Zach Braff Defends His Kickstarter Campaign

  • Posted 66 months Ago

When actor and director Zach Braff took to Kickstarter to fund his next film Wish I Was Here, many people criticised his methods, questioning his motives and asking why he didn't use his own money rather than other people's. LA-based Guardian blogger and film-maker Lisa Marks wrote:

"Is it OK for someone with Braff's financial clout to ask the public for their money? What irks is that the man on the street will not be an investor in the project, merely a donor. So if the movie becomes a sleeper hit like The Blair Witch Project, which was made for $60,000 but grossed $250m worldwide, no donor will see any kind of return. The producers get to build another kidney-shaped swimming pool, but you'll be left with your pdf of the screenplay ($10), frameable art prints ($60) or a fleeting moment as an extra ($2,500)."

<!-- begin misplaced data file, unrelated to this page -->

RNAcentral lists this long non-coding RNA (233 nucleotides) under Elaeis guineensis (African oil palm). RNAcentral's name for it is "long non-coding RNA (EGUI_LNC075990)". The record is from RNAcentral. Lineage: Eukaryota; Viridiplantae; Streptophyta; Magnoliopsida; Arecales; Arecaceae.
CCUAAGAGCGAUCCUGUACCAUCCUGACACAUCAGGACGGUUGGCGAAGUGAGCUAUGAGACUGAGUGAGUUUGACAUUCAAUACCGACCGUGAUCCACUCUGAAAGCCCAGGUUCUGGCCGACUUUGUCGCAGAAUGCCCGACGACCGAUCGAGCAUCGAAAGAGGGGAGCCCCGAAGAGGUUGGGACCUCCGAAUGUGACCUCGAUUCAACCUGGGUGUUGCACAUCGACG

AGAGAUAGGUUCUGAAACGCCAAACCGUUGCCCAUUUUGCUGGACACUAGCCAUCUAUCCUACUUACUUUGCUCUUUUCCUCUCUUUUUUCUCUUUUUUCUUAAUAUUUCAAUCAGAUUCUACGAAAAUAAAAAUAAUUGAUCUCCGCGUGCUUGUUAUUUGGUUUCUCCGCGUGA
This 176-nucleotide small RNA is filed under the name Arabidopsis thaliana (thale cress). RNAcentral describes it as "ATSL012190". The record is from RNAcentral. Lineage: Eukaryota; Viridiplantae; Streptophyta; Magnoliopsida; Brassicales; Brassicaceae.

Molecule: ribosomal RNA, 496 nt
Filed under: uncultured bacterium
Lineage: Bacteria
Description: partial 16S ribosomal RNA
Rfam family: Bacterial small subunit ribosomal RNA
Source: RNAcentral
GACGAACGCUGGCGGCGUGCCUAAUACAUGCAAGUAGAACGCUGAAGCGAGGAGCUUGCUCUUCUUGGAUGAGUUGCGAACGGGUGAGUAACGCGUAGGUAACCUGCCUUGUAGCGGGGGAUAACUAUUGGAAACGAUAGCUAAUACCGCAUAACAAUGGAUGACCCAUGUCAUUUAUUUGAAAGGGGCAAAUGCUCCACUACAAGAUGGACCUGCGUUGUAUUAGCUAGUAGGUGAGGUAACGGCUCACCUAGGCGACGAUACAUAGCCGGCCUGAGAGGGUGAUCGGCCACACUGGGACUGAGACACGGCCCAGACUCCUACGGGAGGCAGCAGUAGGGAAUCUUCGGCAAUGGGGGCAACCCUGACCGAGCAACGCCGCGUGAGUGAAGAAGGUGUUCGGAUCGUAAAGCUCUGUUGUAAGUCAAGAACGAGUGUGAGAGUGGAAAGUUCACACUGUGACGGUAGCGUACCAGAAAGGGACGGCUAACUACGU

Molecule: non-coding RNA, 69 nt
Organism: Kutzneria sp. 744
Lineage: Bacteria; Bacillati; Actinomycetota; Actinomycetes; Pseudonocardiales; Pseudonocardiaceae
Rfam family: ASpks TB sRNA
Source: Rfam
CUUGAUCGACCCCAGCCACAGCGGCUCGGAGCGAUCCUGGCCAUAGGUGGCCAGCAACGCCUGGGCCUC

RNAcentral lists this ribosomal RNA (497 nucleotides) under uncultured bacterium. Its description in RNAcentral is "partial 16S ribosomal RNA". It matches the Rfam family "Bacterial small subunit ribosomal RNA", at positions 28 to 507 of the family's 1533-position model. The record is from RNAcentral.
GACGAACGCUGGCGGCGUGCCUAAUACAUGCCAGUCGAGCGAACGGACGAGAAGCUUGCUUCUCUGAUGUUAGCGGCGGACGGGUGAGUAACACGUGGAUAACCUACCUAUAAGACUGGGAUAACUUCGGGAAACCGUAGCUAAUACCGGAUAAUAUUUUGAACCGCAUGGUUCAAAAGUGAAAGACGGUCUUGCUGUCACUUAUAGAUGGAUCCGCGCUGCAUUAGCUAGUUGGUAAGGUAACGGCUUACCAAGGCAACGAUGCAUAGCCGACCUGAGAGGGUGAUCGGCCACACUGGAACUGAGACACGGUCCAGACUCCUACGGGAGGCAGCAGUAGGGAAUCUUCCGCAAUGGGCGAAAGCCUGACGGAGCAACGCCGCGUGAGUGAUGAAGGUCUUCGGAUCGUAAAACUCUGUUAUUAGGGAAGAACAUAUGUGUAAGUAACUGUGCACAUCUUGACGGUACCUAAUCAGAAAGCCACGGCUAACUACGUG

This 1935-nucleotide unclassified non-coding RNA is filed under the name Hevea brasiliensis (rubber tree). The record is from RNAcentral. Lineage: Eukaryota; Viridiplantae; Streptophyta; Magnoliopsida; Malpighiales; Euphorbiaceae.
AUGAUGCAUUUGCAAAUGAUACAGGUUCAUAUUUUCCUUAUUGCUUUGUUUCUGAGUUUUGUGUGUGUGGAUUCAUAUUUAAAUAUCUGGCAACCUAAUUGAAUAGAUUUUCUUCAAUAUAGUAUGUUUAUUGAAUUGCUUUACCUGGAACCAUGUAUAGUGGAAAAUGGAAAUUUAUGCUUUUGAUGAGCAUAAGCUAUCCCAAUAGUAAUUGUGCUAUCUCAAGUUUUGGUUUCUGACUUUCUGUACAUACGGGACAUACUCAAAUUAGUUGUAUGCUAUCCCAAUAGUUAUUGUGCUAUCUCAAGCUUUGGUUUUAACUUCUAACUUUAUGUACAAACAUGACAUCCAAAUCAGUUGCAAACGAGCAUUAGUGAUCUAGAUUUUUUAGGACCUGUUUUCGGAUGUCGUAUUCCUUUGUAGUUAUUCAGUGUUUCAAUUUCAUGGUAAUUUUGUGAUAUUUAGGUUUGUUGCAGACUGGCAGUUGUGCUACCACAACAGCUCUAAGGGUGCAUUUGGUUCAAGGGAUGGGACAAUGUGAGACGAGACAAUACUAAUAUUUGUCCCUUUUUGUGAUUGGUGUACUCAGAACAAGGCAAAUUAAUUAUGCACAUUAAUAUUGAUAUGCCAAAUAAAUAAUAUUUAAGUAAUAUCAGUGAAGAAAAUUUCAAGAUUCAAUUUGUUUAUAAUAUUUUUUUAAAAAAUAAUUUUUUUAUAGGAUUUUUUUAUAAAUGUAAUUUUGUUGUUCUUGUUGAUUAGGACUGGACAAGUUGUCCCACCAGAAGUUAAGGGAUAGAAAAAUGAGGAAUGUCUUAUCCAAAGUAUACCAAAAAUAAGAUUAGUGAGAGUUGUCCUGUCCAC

In response to the furore, Braff told the LA Times that he didn't have "Oprah Winfrey money," adding "I've done well in my career, but I am not sitting on $22m. I'm doing this so that one negative audience comment in a test screening won't force me to change the end of my movie." He also denied that backers wouldn't receive anything in return for their donation, saying they would be able to attend early screenings and after parties.

"Even the most entry-level backer will get access to an online magazine about the making of the film. If David Fincher, who I'm a huge fan of, had a video blog of the making of one of his movies, I would have been the first one there. People who don't like what I'm doing, that's fine. That's the great thing about crowd-sourcing – it's very pragmatic. You're into it or you're not. There are obviously a lot of people who like the idea and will support it. I feel like we've all joined this little club and we're going to make a movie together."

Just five days after launching his Kickstarter page, Braff smashed his $2 million USD goal and is currently well on the way to the $3 million USD mark, with 24 days of the campaign still to run.

Source: The Guardian